Not surprisingly, screenwriters in particular were incensed at such a statement, while other critics, notably Sarris's rival on the New Yorker, Pauline Kael, thought it nonsense. Kael attacked the auteur theory in a famous article, "Circles and Squares", and opposing admirers formed separate bodies called "The Sarristes" and "The Paulettes". Hackles were raised further when Sarris published a book, The American Cinema: Directors and Directions 1929-1968, which put directors into categories. List-making always proves provocative, and Sarris's book remains a bible for some, an abomination for others.
Few would dispute more than a couple of his 14 choices who form "The Pantheon Directors" – Robert Flaherty, John Ford, Orson Welles, Charles Chaplin, Fritz Lang, FW Murnau, Howard Hawks, DW Griffith, Buster Keaton, Max Ophuls, Alfred Hitchcock, Ernst Lubitsch, Josef von Sternberg and Jean Renoir – but more contentious were some of the directors who were listed under "Less Than Meets the Eye", including Billy Wilder, William Wyler and John Huston. Some readers were glad to see him demolish sacred cows, such as placing Stanley Kubrick in a section titled "Strained Seriousness", while others noted the subjective quality of such categorisation.
Sarris was later told that Kubrick's 2001: A Space Odyssey was much more enjoyable if watched while smoking marijuana. To prove an open mind, Sarris did just that and confessed that it had been a pleasing experience. In 1998 he graciously admitted he was wrong about Wilder, and raised him to "Pantheon" status. Sarris was writing at a time when film critics were being taken more seriously, European films were being more widely distributed, and at the same time, because of critics like Kael and Sarris, the American cinema was being treated with more respect. In the UK, Dilys Powell had been one of the few critics to champion American films, which too often had been taken for granted.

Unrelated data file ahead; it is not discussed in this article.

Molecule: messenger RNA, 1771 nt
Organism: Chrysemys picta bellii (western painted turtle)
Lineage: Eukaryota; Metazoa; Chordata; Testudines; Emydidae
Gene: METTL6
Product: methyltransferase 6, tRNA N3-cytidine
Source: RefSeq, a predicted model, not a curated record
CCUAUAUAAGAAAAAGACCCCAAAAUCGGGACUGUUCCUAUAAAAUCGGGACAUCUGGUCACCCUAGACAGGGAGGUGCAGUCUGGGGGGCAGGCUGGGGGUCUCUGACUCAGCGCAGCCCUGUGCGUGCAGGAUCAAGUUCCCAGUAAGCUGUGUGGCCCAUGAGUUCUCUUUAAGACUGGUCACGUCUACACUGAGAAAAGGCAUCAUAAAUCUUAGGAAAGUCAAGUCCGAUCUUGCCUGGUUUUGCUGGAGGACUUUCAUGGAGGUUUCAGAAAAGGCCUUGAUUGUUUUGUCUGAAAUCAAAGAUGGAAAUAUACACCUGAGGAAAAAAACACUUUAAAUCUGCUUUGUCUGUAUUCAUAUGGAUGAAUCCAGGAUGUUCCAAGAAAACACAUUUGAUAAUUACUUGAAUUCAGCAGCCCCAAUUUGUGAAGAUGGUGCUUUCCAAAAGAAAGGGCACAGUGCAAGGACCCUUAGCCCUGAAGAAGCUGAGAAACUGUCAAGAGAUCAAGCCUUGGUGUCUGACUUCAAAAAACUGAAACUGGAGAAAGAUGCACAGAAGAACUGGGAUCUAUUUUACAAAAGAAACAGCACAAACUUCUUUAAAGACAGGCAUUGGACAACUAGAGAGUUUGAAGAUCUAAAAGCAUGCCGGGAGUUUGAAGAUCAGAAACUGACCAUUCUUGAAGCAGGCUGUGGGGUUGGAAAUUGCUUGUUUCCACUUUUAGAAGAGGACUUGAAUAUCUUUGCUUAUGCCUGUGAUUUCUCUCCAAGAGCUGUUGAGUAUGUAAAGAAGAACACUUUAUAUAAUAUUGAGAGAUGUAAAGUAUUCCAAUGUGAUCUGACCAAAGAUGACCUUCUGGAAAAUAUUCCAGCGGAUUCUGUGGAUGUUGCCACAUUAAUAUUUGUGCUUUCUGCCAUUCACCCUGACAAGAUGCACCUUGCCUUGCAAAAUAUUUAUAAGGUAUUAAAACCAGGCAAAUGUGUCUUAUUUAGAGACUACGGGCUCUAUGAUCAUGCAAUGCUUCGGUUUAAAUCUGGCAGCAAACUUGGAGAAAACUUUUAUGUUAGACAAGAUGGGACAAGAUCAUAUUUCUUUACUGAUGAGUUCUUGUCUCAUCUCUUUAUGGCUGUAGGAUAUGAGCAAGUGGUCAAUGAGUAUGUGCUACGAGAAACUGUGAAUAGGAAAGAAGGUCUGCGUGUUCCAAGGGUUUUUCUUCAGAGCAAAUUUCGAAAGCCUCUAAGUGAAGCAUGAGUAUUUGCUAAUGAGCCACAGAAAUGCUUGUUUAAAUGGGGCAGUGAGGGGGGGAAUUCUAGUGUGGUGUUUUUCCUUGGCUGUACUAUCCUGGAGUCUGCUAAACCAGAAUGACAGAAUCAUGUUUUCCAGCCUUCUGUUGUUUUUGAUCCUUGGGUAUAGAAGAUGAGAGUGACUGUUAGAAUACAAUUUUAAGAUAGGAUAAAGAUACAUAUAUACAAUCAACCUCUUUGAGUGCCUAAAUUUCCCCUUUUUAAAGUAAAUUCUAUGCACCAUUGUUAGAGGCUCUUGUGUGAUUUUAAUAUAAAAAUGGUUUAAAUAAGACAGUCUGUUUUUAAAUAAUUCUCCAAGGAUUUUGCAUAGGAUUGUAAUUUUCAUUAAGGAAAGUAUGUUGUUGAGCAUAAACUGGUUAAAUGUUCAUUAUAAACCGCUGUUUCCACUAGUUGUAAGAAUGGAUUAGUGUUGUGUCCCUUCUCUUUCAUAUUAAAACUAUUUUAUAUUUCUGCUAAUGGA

To further promote the "auteur" theory in the UK, Ian Cameron and Mark Shivas and chums who had been with them at Oxford University, started a magazine called Movie that devoted whole issues to such "auteur" favourites as Howard Hawks, John Ford and Otto Preminger. They met Sarris when he was on a trip to London, and when asked afterwards what they would most remember about the encounter, Cameron replied, "He was a really messy eater of spaghetti." (Sarris, proud of his roots, was more often to be found eating Greek food.) Later, Martin Scorsese would credit Sarris with demonstrating that art could be found in the American tradition. "We were cowed into thinking that only European cinema mattered."
Sarris married the feminist film critic Molly Haskell in 1969, and continued to write pithy film criticism, mainly for the New York Observer, until 2009. A professor of film, he lectured at Columbia University until retiring in 2011. A younger brother, George, died in a 1960 skydiving accident, and Haskell is his only survivor.
Andrew Sarris, film critic: born Brooklyn 31 October 1928; married 1968 Molly Haskell; died Manhattan 20 June 2012.